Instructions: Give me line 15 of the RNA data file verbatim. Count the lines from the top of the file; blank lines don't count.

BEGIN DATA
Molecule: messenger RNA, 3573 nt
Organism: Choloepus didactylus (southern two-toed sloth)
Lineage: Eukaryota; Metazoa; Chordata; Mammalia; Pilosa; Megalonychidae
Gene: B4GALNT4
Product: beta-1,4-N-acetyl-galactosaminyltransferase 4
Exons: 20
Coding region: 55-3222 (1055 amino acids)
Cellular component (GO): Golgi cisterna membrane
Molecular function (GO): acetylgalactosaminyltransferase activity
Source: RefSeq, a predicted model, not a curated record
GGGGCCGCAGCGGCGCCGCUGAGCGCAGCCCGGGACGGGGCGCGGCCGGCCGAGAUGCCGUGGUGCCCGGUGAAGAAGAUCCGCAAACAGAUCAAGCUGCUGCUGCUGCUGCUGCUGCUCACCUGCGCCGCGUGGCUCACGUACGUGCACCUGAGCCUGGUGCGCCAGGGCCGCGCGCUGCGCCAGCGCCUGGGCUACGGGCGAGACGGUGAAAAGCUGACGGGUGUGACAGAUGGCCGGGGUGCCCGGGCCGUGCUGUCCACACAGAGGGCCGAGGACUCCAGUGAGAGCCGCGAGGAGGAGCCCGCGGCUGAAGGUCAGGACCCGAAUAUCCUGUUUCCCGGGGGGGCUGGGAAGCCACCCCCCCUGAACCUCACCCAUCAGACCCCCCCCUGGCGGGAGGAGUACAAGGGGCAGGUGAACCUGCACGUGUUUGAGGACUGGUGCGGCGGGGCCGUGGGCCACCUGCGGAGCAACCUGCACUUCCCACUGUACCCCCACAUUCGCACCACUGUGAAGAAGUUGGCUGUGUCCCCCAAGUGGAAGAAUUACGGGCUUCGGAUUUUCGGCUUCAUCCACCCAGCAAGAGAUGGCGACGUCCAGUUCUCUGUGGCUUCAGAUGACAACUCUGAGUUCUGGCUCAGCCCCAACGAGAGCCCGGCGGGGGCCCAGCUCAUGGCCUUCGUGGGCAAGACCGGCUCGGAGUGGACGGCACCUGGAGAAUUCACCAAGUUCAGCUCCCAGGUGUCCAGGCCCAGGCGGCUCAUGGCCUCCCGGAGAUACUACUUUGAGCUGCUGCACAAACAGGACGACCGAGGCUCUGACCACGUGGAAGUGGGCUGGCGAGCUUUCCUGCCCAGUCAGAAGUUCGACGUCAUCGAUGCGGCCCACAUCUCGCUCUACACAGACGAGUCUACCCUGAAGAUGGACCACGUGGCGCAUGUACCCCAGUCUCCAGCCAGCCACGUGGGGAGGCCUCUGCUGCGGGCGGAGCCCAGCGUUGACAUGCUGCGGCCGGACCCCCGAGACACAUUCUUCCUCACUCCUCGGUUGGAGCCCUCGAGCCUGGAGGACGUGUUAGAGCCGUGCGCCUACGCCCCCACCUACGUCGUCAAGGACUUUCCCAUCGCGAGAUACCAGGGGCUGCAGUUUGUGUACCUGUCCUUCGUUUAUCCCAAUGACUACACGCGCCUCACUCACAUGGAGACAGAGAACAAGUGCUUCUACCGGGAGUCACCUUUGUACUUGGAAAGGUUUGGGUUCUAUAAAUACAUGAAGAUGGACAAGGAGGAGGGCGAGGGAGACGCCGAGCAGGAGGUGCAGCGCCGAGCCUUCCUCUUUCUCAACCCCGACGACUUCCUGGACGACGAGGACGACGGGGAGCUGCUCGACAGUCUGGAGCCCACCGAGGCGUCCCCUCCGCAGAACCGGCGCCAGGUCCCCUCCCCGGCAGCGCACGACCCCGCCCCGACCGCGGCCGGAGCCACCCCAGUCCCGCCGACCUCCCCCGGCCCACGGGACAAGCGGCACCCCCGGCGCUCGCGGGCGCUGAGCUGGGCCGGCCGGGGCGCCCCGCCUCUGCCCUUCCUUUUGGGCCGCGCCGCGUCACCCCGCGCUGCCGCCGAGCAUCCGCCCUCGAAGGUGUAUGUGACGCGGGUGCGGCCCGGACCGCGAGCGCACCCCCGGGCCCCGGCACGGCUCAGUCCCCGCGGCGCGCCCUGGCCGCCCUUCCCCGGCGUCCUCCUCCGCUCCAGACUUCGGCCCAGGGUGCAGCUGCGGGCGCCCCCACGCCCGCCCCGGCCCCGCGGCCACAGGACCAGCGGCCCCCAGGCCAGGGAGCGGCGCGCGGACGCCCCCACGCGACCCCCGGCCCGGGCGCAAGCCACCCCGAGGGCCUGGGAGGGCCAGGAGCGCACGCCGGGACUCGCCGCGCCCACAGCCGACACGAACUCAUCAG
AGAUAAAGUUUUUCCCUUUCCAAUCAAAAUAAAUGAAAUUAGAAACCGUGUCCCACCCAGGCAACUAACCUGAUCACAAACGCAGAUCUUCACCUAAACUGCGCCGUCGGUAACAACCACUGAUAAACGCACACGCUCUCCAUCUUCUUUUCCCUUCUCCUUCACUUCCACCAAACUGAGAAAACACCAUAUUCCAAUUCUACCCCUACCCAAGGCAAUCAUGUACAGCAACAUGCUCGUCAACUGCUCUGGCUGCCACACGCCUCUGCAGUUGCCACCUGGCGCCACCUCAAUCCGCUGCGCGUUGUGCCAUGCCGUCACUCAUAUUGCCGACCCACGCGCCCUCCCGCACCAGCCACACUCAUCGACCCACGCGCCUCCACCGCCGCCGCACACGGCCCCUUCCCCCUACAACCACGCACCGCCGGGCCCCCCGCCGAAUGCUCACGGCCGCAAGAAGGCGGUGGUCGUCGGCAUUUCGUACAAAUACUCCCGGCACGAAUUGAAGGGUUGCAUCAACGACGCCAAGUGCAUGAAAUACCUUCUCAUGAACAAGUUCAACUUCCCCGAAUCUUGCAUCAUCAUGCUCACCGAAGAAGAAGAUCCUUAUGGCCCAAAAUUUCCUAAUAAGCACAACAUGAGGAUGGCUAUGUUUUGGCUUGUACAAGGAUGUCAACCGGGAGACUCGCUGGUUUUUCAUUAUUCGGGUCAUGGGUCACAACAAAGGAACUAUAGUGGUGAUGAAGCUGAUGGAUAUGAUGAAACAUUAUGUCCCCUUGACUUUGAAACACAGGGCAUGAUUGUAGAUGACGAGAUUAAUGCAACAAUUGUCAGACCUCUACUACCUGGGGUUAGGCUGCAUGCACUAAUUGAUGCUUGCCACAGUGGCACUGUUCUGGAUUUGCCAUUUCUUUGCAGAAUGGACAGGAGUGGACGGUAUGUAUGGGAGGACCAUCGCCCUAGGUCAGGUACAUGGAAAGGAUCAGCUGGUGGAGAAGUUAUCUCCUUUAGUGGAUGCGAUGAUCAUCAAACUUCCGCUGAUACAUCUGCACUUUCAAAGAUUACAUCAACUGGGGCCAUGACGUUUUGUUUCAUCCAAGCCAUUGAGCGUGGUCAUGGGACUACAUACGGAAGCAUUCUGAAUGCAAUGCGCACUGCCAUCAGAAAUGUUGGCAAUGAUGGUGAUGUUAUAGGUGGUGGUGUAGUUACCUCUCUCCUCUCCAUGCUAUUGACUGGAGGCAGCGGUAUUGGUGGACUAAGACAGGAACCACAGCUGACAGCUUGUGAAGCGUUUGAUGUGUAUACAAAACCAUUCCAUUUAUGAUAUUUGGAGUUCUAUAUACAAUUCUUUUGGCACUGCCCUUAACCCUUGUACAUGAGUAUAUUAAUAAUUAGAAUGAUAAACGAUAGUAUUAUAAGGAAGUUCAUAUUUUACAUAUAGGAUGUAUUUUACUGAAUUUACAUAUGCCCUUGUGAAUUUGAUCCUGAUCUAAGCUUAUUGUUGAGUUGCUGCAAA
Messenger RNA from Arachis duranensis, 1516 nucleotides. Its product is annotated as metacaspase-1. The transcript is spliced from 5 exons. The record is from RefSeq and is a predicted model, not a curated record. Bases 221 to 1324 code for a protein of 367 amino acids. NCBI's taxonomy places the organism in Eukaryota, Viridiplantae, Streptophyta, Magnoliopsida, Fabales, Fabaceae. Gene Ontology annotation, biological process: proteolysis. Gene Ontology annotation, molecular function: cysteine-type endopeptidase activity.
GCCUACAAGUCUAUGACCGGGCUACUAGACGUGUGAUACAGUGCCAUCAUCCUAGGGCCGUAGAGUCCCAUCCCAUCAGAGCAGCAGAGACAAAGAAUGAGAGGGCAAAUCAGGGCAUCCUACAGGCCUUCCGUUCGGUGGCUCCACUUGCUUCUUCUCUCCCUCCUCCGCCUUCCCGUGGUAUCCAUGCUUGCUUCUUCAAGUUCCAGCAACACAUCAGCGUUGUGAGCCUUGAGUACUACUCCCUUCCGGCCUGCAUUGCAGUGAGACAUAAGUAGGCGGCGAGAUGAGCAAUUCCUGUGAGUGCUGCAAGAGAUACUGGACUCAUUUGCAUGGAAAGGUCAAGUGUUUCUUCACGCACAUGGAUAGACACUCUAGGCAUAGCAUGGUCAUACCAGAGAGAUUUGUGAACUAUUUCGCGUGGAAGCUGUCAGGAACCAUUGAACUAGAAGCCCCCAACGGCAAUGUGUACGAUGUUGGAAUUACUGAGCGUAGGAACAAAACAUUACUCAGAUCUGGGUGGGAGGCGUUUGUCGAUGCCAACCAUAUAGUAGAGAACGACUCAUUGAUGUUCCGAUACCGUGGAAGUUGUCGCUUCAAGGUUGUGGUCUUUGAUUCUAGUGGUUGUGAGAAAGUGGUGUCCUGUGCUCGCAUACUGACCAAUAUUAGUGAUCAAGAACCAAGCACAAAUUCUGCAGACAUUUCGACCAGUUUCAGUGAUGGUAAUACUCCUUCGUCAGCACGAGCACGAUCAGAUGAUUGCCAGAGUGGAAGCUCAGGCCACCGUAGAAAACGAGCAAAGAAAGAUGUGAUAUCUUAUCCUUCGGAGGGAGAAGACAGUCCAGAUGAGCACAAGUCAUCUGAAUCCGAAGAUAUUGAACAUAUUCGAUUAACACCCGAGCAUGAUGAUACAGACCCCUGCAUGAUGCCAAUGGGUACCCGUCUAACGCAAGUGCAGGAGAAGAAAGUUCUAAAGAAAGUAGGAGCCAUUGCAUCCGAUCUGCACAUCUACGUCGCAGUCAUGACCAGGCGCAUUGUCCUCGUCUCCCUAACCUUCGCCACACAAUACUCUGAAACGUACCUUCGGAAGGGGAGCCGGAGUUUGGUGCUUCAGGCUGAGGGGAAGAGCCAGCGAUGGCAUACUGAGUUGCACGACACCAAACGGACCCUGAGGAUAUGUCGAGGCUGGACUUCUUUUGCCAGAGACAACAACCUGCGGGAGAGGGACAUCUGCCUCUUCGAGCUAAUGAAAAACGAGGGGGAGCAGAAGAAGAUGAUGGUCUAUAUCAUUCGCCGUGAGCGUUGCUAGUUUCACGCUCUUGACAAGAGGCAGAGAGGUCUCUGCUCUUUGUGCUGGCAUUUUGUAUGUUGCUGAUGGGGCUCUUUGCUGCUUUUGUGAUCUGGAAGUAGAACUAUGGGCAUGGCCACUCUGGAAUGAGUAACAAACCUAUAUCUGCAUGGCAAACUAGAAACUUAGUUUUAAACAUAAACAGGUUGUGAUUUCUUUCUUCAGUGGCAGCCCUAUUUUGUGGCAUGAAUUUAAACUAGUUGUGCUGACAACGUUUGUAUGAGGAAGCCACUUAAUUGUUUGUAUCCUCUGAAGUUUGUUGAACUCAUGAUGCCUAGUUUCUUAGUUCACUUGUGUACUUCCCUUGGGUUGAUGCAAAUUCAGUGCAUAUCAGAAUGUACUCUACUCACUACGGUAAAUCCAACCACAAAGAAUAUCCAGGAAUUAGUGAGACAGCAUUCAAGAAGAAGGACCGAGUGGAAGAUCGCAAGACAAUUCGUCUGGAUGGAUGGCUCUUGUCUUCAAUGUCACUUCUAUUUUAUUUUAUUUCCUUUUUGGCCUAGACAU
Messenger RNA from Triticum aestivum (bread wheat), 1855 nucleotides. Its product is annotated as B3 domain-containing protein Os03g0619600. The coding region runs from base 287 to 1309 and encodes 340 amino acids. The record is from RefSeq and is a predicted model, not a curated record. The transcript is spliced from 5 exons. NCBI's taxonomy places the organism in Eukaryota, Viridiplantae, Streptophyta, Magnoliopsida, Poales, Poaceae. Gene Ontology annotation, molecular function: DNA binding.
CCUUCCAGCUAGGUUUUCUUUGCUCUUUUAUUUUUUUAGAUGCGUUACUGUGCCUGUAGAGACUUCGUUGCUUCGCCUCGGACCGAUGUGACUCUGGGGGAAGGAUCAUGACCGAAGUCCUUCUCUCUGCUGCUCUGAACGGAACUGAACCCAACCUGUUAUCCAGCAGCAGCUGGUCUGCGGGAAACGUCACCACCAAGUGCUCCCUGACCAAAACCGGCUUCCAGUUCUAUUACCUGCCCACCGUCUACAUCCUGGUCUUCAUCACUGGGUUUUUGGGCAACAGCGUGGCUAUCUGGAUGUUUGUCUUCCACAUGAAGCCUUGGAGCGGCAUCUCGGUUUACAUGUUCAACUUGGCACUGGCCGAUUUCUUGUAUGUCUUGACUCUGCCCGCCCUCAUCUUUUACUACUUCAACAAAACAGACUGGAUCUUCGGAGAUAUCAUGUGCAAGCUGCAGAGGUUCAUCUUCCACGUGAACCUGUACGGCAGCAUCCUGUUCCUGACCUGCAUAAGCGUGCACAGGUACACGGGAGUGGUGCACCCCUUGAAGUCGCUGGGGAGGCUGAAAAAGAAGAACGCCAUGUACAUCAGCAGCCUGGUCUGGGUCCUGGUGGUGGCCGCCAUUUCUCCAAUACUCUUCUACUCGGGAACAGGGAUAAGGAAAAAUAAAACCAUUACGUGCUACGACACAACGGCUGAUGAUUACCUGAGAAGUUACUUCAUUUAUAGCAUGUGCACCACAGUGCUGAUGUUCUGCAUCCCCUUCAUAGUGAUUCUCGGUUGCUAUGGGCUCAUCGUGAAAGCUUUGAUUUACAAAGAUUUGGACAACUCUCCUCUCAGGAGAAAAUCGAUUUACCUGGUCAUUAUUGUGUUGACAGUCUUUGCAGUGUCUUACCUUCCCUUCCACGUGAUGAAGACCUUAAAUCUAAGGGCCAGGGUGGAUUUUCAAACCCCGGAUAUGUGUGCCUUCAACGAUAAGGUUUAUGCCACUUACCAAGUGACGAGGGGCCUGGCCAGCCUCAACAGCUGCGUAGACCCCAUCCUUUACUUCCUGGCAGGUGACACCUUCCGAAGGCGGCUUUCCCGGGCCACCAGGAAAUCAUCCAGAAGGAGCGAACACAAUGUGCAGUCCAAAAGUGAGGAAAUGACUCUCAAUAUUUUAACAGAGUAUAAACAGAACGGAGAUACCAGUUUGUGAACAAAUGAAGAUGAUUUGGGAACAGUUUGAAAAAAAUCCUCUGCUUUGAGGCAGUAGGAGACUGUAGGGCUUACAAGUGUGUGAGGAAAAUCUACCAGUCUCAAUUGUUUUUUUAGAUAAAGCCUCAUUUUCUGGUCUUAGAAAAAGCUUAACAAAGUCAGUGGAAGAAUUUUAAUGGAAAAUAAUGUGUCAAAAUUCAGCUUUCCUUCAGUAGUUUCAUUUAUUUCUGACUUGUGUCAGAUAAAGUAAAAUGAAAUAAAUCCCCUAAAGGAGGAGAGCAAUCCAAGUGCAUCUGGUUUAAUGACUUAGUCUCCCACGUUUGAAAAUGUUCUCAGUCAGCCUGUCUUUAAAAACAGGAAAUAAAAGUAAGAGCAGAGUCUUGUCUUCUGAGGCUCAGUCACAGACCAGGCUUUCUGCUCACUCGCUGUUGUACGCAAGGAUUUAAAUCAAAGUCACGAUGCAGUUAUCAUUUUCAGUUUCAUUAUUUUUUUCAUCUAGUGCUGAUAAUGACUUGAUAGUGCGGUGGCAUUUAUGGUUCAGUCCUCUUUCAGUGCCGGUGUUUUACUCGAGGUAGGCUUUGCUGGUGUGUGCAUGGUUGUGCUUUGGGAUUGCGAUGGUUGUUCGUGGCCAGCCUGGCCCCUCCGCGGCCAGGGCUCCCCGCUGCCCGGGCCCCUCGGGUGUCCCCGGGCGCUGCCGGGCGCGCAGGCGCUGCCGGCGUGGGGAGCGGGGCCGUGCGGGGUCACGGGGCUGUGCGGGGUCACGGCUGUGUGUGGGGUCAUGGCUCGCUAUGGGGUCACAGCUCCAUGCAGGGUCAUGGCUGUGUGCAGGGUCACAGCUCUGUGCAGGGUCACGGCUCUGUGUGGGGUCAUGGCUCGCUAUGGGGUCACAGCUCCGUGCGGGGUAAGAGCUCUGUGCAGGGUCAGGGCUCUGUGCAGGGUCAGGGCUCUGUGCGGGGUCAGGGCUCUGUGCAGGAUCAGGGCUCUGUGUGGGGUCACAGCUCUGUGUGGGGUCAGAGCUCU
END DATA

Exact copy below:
Messenger RNA from Triticum aestivum (bread wheat), 1855 nucleotides. Its product is annotated as B3 domain-containing protein Os03g0619600. The coding region runs from base 287 to 1309 and encodes 340 amino acids. The record is from RefSeq and is a predicted model, not a curated record. The transcript is spliced from 5 exons. NCBI's taxonomy places the organism in Eukaryota, Viridiplantae, Streptophyta, Magnoliopsida, Poales, Poaceae. Gene Ontology annotation, molecular function: DNA binding.